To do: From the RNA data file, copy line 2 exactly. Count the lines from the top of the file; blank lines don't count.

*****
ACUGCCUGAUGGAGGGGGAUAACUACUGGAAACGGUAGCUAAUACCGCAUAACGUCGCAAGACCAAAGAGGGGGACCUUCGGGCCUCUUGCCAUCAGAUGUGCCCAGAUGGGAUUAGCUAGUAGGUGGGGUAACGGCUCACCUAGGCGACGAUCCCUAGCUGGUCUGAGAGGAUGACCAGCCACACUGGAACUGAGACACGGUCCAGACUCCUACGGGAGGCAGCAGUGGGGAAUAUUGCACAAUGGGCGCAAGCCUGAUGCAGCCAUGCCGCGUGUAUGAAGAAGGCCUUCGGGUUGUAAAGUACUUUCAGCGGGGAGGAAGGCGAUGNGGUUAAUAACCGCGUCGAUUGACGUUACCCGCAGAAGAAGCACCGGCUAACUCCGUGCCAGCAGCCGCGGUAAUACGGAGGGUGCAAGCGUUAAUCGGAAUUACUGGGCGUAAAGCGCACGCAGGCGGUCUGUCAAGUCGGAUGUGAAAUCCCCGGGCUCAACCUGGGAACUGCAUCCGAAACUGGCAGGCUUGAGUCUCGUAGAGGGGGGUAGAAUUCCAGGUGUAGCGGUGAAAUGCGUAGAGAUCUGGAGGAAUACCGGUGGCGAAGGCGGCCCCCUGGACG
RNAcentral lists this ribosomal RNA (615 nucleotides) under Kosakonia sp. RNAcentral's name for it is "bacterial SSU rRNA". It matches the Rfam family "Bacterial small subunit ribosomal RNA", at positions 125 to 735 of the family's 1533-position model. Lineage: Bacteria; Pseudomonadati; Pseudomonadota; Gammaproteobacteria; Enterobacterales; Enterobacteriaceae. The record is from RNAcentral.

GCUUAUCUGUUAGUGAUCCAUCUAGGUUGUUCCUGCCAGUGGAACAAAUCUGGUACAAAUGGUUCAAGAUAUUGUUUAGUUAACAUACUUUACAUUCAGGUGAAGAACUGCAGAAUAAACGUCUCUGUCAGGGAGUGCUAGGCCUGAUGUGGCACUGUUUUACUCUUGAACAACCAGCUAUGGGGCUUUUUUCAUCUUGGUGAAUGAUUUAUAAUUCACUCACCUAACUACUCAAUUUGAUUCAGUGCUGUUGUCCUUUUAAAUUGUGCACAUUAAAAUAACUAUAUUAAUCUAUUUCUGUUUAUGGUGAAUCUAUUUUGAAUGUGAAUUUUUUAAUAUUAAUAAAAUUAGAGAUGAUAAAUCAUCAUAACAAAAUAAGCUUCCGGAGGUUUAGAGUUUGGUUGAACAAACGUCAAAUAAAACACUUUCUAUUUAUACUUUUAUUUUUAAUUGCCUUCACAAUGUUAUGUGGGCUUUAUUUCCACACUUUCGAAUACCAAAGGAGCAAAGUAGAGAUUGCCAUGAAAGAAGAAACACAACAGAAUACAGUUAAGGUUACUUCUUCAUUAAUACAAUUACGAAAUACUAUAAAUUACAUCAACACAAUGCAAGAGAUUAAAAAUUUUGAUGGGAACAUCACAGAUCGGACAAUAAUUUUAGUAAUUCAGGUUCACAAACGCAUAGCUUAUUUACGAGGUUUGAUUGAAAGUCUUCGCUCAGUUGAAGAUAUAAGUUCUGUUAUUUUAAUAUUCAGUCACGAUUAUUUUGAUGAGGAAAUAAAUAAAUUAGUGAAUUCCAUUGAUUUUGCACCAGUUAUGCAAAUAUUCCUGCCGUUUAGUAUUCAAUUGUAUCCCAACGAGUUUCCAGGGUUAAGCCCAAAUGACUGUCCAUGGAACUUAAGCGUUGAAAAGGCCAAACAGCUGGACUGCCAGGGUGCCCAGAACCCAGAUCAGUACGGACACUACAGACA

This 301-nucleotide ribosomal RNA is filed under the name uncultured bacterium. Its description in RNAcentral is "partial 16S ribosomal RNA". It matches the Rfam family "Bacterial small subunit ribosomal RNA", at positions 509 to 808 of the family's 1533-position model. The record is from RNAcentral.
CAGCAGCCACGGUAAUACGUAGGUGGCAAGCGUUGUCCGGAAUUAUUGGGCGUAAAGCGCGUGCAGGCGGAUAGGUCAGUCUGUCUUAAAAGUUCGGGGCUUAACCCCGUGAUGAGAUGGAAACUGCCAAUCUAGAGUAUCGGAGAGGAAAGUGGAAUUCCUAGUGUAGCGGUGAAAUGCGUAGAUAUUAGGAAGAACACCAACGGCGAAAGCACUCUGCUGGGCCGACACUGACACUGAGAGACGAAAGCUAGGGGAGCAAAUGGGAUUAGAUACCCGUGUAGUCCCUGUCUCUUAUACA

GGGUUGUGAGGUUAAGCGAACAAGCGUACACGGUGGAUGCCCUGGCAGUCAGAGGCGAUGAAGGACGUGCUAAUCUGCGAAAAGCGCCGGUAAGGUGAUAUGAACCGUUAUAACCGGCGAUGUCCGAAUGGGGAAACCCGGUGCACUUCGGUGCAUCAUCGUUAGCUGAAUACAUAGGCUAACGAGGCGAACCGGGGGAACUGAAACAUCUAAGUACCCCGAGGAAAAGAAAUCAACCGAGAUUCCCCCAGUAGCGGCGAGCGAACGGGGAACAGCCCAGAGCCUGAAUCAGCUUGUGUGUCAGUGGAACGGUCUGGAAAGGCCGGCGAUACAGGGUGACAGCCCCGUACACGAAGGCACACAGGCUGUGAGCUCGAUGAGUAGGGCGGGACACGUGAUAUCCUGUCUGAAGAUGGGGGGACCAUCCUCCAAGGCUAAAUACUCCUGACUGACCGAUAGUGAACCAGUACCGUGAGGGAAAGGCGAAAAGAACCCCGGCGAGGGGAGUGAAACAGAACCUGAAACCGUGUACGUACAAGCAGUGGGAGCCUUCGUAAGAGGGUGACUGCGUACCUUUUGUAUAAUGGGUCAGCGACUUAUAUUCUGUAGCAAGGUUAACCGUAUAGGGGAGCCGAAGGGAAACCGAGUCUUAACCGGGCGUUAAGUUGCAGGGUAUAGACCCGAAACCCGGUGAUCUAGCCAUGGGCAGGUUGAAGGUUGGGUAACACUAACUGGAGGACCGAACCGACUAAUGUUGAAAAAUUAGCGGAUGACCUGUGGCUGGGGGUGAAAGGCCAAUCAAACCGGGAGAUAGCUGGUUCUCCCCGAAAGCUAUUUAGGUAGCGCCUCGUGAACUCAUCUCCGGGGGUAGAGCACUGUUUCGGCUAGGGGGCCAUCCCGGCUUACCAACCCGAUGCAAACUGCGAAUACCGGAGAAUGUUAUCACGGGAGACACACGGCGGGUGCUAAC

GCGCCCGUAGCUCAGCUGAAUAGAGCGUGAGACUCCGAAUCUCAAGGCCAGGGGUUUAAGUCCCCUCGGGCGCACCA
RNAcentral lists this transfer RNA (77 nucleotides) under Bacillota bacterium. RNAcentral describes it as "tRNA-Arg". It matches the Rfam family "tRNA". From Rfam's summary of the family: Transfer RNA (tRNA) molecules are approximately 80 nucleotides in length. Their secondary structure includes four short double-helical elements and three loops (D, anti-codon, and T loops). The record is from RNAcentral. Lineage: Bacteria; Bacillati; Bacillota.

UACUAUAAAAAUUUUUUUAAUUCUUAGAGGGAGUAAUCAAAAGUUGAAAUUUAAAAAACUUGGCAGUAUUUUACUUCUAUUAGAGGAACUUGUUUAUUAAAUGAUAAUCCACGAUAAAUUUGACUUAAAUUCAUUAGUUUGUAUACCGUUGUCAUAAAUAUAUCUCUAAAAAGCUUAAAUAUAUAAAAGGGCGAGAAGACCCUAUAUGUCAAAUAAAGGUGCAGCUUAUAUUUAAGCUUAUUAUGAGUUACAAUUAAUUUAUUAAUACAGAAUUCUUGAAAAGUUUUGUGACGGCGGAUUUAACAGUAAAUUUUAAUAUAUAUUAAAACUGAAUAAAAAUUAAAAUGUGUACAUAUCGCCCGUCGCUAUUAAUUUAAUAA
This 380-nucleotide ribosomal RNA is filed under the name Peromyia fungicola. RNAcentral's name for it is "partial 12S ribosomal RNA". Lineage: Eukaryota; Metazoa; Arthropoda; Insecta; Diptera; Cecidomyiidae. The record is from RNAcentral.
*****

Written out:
RNAcentral lists this ribosomal RNA (615 nucleotides) under Kosakonia sp. RNAcentral's name for it is "bacterial SSU rRNA". It matches the Rfam family "Bacterial small subunit ribosomal RNA", at positions 125 to 735 of the family's 1533-position model. Lineage: Bacteria; Pseudomonadati; Pseudomonadota; Gammaproteobacteria; Enterobacterales; Enterobacteriaceae. The record is from RNAcentral.